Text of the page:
Determination of DNA Bases Using Electrochemistry: A Discovery-Based Experiment
A discovery-based experiment is presented for use in undergraduate analytical and biochemistry courses. The experiment uses electrochemical techniques (e.g., cyclic, linear-sweep, and/or square-wave voltammetry) to detect the presence of DNA bases in solution. Working individually or in teams, students must develop a method for the detection of adenine(A), guanine (G), cytosine (C) and thymine (T) in aqueous samples. They are given only topical information about their project and must research and plan the analyses, learn the instrumental methods to be used, and prepare an experimental protocol that will be “validated” by another individual/team during a subsequent laboratory. Goals of this approach include introducing students to various electrochemical techniques and having them research how these techniques are being used to determine and study biologically relevant analytes. Another goal is to place students in the position of being scientists and having to make decisions and recommendations. Each step of the analytical process must be carefully considered and its significance assessed because there are no “recipes” to follow as they develop their methods and make comparisons between different electrochemical techniques for the determination of analytes.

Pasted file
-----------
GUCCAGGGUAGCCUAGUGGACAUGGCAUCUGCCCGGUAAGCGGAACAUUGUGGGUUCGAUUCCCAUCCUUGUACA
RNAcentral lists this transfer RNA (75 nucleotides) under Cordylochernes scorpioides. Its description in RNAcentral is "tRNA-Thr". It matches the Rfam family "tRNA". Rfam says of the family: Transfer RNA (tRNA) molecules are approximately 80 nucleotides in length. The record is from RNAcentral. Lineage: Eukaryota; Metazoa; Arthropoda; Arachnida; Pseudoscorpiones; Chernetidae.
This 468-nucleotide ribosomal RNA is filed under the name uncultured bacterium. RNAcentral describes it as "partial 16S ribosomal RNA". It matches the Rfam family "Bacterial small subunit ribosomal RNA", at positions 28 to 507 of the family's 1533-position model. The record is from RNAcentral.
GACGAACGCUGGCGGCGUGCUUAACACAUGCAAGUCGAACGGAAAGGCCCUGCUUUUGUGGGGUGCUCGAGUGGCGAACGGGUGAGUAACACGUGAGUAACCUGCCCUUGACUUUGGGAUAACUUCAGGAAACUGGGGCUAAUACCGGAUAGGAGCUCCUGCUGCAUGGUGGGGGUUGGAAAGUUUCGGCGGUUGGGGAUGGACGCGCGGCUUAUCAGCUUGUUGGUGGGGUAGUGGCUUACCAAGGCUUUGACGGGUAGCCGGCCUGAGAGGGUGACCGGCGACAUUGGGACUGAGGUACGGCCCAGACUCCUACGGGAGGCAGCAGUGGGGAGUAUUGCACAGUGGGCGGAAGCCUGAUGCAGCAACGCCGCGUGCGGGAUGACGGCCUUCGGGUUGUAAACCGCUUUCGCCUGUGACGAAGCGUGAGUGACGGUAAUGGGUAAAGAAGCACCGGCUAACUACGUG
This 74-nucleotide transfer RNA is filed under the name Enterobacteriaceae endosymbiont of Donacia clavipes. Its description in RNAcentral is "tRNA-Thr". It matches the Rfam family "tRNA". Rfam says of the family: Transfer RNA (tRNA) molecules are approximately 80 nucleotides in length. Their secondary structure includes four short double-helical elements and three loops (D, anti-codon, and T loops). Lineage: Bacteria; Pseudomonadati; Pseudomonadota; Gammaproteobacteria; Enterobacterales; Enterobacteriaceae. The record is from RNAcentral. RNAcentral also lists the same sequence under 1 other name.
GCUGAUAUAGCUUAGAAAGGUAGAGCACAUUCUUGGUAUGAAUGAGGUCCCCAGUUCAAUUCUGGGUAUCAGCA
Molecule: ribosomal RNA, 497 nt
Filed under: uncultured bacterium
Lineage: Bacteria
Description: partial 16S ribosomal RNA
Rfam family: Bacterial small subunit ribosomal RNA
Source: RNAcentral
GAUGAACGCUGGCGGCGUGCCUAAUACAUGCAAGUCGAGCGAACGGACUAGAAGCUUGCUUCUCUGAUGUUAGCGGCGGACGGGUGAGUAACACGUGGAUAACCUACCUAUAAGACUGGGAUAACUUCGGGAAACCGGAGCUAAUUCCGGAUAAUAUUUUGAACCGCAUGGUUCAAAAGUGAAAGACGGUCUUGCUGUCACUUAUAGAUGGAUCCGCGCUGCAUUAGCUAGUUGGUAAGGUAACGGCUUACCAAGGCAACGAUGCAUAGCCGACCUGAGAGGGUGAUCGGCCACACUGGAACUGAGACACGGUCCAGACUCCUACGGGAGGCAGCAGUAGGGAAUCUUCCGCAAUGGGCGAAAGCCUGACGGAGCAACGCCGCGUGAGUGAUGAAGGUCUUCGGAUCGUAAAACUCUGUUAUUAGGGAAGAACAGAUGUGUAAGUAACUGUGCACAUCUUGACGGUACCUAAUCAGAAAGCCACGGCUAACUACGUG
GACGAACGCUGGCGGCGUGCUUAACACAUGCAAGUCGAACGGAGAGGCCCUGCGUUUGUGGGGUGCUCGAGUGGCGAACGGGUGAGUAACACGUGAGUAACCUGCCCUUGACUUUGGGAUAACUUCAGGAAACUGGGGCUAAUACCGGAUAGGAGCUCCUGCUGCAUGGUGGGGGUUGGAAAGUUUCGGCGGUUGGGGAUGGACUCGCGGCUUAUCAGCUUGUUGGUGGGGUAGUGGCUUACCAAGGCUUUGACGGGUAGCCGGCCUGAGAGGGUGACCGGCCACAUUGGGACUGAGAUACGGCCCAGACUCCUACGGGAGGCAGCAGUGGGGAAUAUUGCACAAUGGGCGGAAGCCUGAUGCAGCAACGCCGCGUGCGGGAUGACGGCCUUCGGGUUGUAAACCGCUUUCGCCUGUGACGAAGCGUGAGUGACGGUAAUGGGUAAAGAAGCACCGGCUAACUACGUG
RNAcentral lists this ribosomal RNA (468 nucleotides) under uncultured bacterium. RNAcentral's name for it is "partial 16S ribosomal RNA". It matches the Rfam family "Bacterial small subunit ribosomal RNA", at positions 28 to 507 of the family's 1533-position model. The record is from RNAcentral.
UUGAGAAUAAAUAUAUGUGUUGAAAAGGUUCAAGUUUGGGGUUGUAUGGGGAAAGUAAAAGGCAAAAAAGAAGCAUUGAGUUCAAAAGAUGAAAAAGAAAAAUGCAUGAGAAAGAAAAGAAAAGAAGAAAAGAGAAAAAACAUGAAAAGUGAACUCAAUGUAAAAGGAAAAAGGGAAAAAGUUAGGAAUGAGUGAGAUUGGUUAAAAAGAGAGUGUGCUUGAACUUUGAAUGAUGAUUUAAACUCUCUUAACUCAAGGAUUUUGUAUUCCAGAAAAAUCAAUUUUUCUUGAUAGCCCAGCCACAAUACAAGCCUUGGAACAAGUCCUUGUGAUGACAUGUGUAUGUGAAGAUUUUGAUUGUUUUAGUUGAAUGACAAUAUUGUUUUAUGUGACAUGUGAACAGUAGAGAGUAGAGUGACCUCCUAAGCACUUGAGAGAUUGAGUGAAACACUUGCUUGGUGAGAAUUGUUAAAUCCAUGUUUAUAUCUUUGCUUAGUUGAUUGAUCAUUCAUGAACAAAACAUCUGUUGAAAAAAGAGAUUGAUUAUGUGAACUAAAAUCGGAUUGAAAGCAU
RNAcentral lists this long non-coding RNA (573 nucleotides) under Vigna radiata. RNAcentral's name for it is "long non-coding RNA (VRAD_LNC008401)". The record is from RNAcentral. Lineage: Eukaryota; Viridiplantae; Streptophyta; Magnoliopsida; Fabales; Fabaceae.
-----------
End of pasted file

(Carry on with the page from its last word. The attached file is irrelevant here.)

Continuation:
adenine, xxperimental protocol, analytical process, thymine, aqueous sample
Brooks, Sean C., and Mark M. Richter. "Determination of DNA bases using electrochemistry: a discovery-based experiment." The Chemical Educator 7, no. 5 (2002): 284-287.
The Chemical Educator